He whipped out his International Driver’s License. Birthdate: 12-25-00. Hair: White. Weight: 280. Eyes: Sparkle. Address: 1 Sleighbell Way, Santa’s Village, North Pole. Expiration: NEVER. Kris Kringle, a.k.a. Santa Claus, will be driving through Owensboro this holiday season in Limos by Knight—his family’s business for the past 15 years.
Tom Burton could double for Santa any day of the week, with or without the red suit. His snow white hair and beard complement his crystal blue eyes and rosy cheeks. His wife, Pat, confided that his nose even gets kind of red, too. She affectionately recalled that a little girl once approached Tom after a basketball game shortly after Christmas and said, “Santa, thank you. I got everything I asked for!” Tom was dressed in his regular street clothes, but his Santa persona was fully intact, no pretense needed.
He’s accustomed to drawing attention and a crowd throughout the year. “The kids at our church think that Santa goes to Settle Memorial,” Pat said. “I used to sing in the choir, and you’d see the little kids pointing and whispering, ‘There’s Santa. There’s Santa,’” Tom said with great amusement. Santa is the feature at Settle’s pre-school Breakfast with Santa. Their son, B.J., interjected, “A little girl at church comes to give Santa a hug each Sunday, regardless of the season.”
With his natural resemblance to Santa, a simple combing of his thick white hair and beard is all that’s needed prior to donning his red suit (which has a little extra padding), red suspenders, gold-rimmed glasses and signature red hat, trimmed in white fur. “You’d be surprised how many honks I get and kids waving to me,” said Tom, describing what it’s like to drive through town, en route to his Santa appearances.
Tom chuckled as he said that reservations for Santa begin in June. This prompted Pat to hold up a thick binder, the Santa Book, which details each of Santa’s appointments this season that began as early as the Saturday before Thanksgiving and run through Christmas Eve. Some days, he has multiple appointments. This year he will be Santa for the Holiday Stroll; two Breakfasts with Santa; the Owensboro Symphony Concert (Dec. 13); Mothers of Multiples; Independence Bank; the Lions Club; Hilliard Lyons; Beef O’Brady’s; the Boys and Girls Club auction; and Brunch with Santa at the Owensboro Country Club—in addition to multiple home visits, corporate and private parties. His rate is a flat $50 per hour, except for churches and schools, which he visits at no charge. “We sing some songs (like “Rudolph” and “Jingle Bells”), and I usually read The Night Before Christmas to them. Parents or grandparents will have some presents sitting out on the porch, so I’ll take those in to give to the kids,” Tom said. What a fun job! More chuckles and full agreement from Santa: “It is fun.”
It all started in 1988 with the Owensboro Breakfast Lions Club asking Tom to be Santa on their float for the Christmas Parade, giving Tom his first Santa suit and beard. “When the first little child came up to me, I picked her up and she said, ‘Oh, that’s such a pretty beard,’ grabbed hold of it and pulled it off of me. So I decided right then, if I was going to be Santa next year, they weren’t going to be able to pull my beard off,” Tom said. He was Santa for eight Christmas Parades. Tom often gave children a Santa ring, telling them to put the magic ring on their dresser and Santa would know if they had been bad or good. “I ran out of them, and I can’t find them anymore,” he said with dismay. He has appeared in Christmas commercials and worked at Holiday World as Santa, to give their “regular” Santa a break. Tom has even attended the Santa Convention at Pigeon Forge, a convergence of hundreds of Santa’s. All in all, Tom has gone through four Santa suits, but he always keeps a spare cleaned and ready.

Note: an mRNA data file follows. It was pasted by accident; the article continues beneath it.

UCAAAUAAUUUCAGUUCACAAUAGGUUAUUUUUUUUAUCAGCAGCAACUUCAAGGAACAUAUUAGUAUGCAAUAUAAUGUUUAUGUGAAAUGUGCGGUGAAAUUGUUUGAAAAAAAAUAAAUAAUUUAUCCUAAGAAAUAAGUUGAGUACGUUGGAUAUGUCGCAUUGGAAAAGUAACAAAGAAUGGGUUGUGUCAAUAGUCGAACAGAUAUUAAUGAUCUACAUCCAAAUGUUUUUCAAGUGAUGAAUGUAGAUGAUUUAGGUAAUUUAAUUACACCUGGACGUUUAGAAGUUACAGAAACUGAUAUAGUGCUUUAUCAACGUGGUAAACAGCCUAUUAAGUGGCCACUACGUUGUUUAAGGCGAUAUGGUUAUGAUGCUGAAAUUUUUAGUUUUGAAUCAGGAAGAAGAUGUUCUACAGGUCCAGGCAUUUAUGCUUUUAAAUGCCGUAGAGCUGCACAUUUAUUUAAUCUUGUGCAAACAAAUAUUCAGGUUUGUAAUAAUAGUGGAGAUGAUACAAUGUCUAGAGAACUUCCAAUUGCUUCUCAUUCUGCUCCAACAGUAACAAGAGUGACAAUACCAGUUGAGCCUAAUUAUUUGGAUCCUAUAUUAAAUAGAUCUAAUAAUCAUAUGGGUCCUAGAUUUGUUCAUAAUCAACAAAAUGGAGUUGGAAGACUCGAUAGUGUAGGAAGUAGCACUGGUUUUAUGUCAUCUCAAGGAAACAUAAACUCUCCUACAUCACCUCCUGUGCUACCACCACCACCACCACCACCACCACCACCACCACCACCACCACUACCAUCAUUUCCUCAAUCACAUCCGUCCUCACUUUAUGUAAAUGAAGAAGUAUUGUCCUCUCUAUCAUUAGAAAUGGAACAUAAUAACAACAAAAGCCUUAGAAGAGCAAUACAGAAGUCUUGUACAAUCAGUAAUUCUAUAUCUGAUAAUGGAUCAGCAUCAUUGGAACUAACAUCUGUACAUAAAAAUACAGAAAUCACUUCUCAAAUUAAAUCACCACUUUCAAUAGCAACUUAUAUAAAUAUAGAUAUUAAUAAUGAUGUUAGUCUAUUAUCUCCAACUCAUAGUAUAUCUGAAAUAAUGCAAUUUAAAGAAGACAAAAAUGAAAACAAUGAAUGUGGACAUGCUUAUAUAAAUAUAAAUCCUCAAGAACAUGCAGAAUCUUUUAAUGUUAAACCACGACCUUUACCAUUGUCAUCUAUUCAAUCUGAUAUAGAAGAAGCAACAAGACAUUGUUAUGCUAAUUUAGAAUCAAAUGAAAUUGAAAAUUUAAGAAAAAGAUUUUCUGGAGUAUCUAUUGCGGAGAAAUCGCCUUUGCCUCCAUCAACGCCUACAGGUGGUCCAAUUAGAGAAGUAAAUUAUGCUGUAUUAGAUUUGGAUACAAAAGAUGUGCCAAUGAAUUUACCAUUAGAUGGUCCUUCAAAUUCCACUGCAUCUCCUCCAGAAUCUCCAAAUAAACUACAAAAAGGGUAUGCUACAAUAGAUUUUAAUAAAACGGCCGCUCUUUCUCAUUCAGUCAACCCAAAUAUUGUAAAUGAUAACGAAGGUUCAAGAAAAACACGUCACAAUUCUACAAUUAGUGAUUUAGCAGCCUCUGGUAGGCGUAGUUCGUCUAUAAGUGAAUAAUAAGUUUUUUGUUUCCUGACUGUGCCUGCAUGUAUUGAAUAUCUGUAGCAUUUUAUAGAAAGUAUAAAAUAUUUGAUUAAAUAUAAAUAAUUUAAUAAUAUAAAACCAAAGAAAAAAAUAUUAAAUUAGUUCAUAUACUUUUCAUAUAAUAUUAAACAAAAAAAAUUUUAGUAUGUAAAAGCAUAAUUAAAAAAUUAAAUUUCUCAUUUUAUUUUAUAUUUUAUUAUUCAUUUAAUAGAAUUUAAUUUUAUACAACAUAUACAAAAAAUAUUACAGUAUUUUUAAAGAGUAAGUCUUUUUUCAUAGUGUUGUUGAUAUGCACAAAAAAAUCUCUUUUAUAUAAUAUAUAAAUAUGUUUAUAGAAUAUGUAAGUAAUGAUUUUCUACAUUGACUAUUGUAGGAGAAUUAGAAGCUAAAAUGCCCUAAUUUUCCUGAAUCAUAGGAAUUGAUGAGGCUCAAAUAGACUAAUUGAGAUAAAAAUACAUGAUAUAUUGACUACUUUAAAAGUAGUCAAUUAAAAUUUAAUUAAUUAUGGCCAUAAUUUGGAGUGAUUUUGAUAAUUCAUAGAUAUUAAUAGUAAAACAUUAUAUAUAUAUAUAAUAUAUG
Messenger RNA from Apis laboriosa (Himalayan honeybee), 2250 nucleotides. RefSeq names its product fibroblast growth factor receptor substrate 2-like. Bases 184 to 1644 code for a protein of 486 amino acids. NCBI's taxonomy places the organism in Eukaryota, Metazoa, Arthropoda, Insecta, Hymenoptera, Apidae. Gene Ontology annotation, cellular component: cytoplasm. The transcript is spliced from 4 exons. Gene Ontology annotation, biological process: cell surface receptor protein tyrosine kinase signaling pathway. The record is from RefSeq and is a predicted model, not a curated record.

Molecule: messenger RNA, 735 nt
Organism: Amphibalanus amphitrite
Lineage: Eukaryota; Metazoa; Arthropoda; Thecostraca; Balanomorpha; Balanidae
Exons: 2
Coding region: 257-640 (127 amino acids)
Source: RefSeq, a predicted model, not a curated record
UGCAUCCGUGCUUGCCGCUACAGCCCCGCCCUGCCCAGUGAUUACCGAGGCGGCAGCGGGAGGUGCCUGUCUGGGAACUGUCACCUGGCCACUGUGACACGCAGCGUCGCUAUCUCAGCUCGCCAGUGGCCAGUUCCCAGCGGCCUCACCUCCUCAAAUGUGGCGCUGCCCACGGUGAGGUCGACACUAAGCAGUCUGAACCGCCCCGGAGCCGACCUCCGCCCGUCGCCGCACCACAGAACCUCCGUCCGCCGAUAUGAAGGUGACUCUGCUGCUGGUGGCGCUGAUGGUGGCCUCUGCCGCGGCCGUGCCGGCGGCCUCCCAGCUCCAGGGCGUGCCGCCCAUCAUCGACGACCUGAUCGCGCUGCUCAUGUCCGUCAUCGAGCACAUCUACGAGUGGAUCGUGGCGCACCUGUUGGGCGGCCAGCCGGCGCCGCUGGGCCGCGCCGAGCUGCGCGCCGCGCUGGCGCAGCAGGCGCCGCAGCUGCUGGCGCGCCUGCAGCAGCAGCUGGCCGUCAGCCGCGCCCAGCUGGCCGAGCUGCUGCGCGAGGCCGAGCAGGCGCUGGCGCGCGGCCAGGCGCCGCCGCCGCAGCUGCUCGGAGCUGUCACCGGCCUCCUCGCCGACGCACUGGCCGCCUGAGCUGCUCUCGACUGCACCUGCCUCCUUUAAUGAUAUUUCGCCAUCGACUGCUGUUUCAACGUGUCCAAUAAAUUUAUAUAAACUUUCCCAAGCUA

The Burtons have 10 grandchildren and 8 great-grandchildren who are also enthralled with Santa’s presence. The first time his 5-year-old grandson Paul saw his granddad getting ready for the Christmas Parade, he said, “I know you’re really Santa Claus ‘tending to be my granddaddy.”
A few other challenges come with being Santa. Tom said he has to think quickly because he gets more than his fair share of tough questions from children. One of the biggies: “Where’s Rudolph?”
Tom has worn many hats through the years, from running a propane gas company (SureGas) and trucking company, to driving a tour bus, to cooking at Settle Memorial, to operating a limousine service, to donning Santa’s hat. “In ’88, I decided I wanted to retire (from the gas and trucking companies), which I did—for six months—but then I couldn’t stand it anymore . . .” Tom said. He thought the limo service would be a nice weekend business, but it has grown exponentially into a week-long, year-long, fully-operational fleet of seven limos which cover a 9-county area, venturing practically anywhere: a shopping trip to Chicago, a weekend at the Kentucky Derby, or a simple trek to and from Nashville, St. Louis or Louisville’s airport. “There’s one thing that I love to do, and that’s to drive. You can tell by what I’ve been doing,” Tom said. The family collaborates on their limo business: Tom takes care of all maintenance; B.J. oversees dispatch and marketing; Pat does all the accounting.
No wonder Santa drives in style, especially when Rudolph and the other reindeer are unavailable for transport. He travels first class. Santa personally drives those who book limousine service for Christmas light tours, or even a Christmas dinner in Evansville.
As I was leaving, an unmistakable twinkle accompanied his jolly Ho-Ho-Ho. Not sure, but I think his little round belly shook, when he laughed, like a bowl full of jelly.